Ice on MN lakes are fine one hour, but bad the next, officials warn

"We've had reports of anglers falling through ice that was just fine an hour earlier. That's how fast things can change."

Here's a good reminder that ice conditions can change quickly this time of year.

Video posted to Facebook earlier this week showed an SUV gliding across a waterlogged Upper Red Lake – the layer of water on the thick lake ice was caused by snowmelt and heavy rain.

The SUV and the people inside got off the lake safely, claiming the ice was 30 inches thick so safe to drive on. But apparently that wasn't the case for another motorist.

The Beltrami County Sheriff's Office said in a Facebook post Friday that later that same night a pick-up truck got stranded and had to be rescued off the lake. The driver of the truck had to stand on the vehicle's roof to stay out of the water, and rescuers had to use snowmobiles and an inflatable rescue boat to get the driver to safety.

"Be safe, be smart ... ice conditions are very inconsistent as we approach the end of the season," the sheriff's office wrote on Facebook.

Ice conditions can change quickly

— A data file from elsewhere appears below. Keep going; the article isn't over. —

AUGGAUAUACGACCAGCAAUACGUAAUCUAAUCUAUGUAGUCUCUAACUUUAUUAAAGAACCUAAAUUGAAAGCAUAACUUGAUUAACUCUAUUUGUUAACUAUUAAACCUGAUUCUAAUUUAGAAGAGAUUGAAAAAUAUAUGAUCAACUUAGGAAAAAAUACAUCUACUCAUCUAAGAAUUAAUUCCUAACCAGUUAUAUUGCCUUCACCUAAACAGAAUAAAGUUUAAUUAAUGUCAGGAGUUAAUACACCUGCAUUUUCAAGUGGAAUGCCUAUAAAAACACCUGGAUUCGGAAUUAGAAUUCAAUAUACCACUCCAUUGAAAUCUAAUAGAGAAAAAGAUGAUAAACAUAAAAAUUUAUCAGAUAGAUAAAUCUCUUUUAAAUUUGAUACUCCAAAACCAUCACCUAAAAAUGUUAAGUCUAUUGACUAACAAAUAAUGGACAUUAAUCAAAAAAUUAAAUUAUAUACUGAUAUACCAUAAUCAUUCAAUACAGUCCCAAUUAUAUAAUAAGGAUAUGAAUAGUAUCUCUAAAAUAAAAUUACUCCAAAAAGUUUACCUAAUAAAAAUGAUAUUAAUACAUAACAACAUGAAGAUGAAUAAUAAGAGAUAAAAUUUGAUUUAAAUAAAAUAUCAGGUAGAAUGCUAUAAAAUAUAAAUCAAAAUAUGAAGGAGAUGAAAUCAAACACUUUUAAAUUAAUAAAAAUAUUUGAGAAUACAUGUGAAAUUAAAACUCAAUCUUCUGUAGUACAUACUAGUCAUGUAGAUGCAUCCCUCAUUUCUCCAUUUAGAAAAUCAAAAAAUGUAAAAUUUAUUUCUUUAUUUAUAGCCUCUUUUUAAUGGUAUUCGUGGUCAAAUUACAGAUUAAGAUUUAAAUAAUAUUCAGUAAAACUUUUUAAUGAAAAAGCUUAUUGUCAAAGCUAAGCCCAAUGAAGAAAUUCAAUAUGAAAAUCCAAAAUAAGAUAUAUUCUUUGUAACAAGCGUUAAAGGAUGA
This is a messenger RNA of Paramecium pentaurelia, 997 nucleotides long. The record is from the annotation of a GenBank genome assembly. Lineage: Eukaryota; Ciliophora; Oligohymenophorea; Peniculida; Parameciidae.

The Minnesota Department of Natural Resources echoed a similar message Thursday, urging people to be cautious if they're going out on the ice, noting officials have reported more than a half-dozen ice emergencies across the state of anglers and snowmobile or ATV riders breaking through thin ice.

"We've had reports of anglers falling through ice that was just fine an hour earlier. That's how fast things can change," Lisa Dugan, recreation safety outreach coordinator with the DNR’s boat and water program, said in a statement. “If you do choose to venture onto unsafe ice, use extreme caution. Use a chisel to check the strength of the ice frequently and be sure to wear a life jacket or float coat.”

When lake ice freezes and thaws like it has this winter, it produces "extremely weak ice that is dangerous deceptive in its appearance and how thick it measures," Dugan says. The DNR says many lakes and rivers in southern and central Minnesota are close to being ice-free, and are going from ice-covered to having open water over the course of a day or two.

On lakes that are experiencing melting, the DNR recommends that no vehicles go out on those lakes, and that ice shelters are removed soon – even though the mandatory dates to remove ice shelters isn't until next month.

The Hennepin County Sheriff's Office on Thursday also asked that people stay off all bodies of water in the county, noting ice conditions should be considered unsafe for driving and walking on because of the recent warm weather and rain we've had.

“Operating any vehicle, including a snowmobile or ATV on the ice this weekend could be a life-threatening risk," the sheriff's office said, noting there are many lake access points and shorelines that have open areas of water and they should not be used.

For more information on ice safety, click here.

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